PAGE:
International borders don’t represent to the sort of trading obstacle they once did and now that we are looking at a global marketplace it perfectly feasible that a construction company could bid for international contracts.
If you are contemplating taking this route with your construction business you might want to consider some of the potential challenges you will have to contend with as you browse construction auctions for the equipment that you might need in order to get the job done.
Here is a look at some key considerations when you venture into international waters with your construction business.
The international language of business
Although the English language is widely spoken across the globe, especially when it comes to doing international business deals, it should not be assumed that the project team you will be working with locally will automatically be talking your language.
There are likely to be a few cultural differences to accommodate and these should be approached with the right level of sensitivity and understanding. Also, it should be clarified exactly what the position is with regard to language differences and what official language is being adopted for communication throughout the building project once it gets underway.
It would be a good idea to seek out a project management framework tool that gives you the ability to use interfaces that are available in several different languages if that is what is required.
The main point to consider is that it should not be assumed that the default language position is going to be English. Even if the local workers are capable of communicating in English rather than their native tongue it is still a good idea to keep jargon to a minimum so that language does not become a barrier to a successful international construction project.
The rules remain the same
In order for a project to be carried out as efficiently and effectively as possible, it is essential that you create and maintain a framework of rules, roles, and responsibilities for each person involved in the process.
An essential point to consider here when you are organizing an international project is that how you do things in your country might not be the same abroad and it is possible that the role of a project manager is not fully understood elsewhere, or even acknowledged in certain parts of the world.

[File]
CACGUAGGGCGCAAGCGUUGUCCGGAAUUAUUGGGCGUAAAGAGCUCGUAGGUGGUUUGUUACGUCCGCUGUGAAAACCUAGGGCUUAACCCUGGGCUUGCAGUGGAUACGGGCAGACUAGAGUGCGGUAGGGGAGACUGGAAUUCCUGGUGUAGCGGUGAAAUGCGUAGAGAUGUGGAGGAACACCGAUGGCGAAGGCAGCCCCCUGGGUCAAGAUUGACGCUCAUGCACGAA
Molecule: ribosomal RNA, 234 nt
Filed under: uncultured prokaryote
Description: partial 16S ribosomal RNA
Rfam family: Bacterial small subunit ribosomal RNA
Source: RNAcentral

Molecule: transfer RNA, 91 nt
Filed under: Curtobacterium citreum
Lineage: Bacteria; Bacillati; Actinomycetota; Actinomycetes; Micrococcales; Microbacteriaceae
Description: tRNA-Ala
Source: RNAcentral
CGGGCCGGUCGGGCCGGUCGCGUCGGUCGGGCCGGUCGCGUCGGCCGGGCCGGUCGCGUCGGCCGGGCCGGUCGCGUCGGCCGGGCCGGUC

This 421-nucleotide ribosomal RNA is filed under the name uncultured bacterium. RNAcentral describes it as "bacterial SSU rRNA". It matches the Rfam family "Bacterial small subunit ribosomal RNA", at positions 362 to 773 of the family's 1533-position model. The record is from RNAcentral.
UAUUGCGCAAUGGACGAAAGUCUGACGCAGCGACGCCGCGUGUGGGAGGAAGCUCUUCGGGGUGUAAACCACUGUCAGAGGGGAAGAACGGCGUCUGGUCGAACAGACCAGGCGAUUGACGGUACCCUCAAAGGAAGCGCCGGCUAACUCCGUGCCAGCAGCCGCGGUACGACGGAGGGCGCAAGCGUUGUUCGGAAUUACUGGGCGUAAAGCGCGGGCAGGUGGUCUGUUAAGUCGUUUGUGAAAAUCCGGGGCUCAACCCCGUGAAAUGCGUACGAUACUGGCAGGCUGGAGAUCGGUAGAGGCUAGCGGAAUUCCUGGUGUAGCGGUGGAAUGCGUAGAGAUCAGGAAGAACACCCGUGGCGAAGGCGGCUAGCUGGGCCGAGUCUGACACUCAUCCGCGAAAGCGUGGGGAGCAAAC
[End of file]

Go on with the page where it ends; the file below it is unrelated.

You will need to be mindful and respectful of how your international work partners might have a hierarchical structure and system that is different from the way you see it. This can mean that they do not understand or acknowledge your role as a project manager and may, therefore, not be willing to take direction from someone in that position.
It is best to clarify the ground rules and set out everyone’s roles and responsibilities so that there are no cultural clashes or mistaken assumptions once the project gets underway.
You might find it helpful to seek out someone with the local knowledge and experience required to iron out these potential issues and if they have previously managed an international project that could turn out to be invaluable to your business.
Clarifying and managing expectations and protocols locally is essential and that should be on your list of priorities when you are setting out a framework for how the project will proceed.
Managing time differences
It might seem an obvious disparity but time zones are a key issue that can create difficulties in managing a construction project successfully if this issue is not satisfactorily addressed.
As you extend your reach across international waters it is not just the challenge of managing projects that are taking place on foreign soil that you need to consider. You could find yourself in a situation where various project teams are spread around various parts of the globe and that means that there is not just a geographical challenge to overcome but a time difference issue to resolve too.
It is quite clear that time zones require careful planning and your organizational skills are likely to be stretched to the max if you are going to coordinate everything while taking account of the local time differences.
Even if the time difference is not substantially different to the clock your business normally works to at home it can still create the opportunity for communication challenges.
It is not just the issue of contacting team members with one eye on the clock that you need to think about, there is also the potential impact on agreed deadlines that you need to contend with.
One obvious example of how time differences can make the project more challenging is when you are trying to liaise with a local manager and you have to wait a good number of hours or even until the following day before you can get a response.
Coping with a project where there is a time difference of ten hours or more will mean having an understanding that every question or issue that needs resolving could take at least a day to sort out.
You will need to account for the time difference and have a plan in place for dealing with this scenario if you are going to be able to complete your overseas project with the minimum of fuss.
A good way of resolving the sort of time-based logistical challenges you face when managing an international construction project would be to seek out some project management software that does a bit of the thinking for you.
This software should ensure that you find it easier to manage a project across various time zones. It does this by automatically calculating the time difference and then adjusting the various project deadlines so that they are in line with the time zone settings of your local manager in that area.
If you are looking to expand your construction business it would seem a logical step to consider bidding for overseas contracts.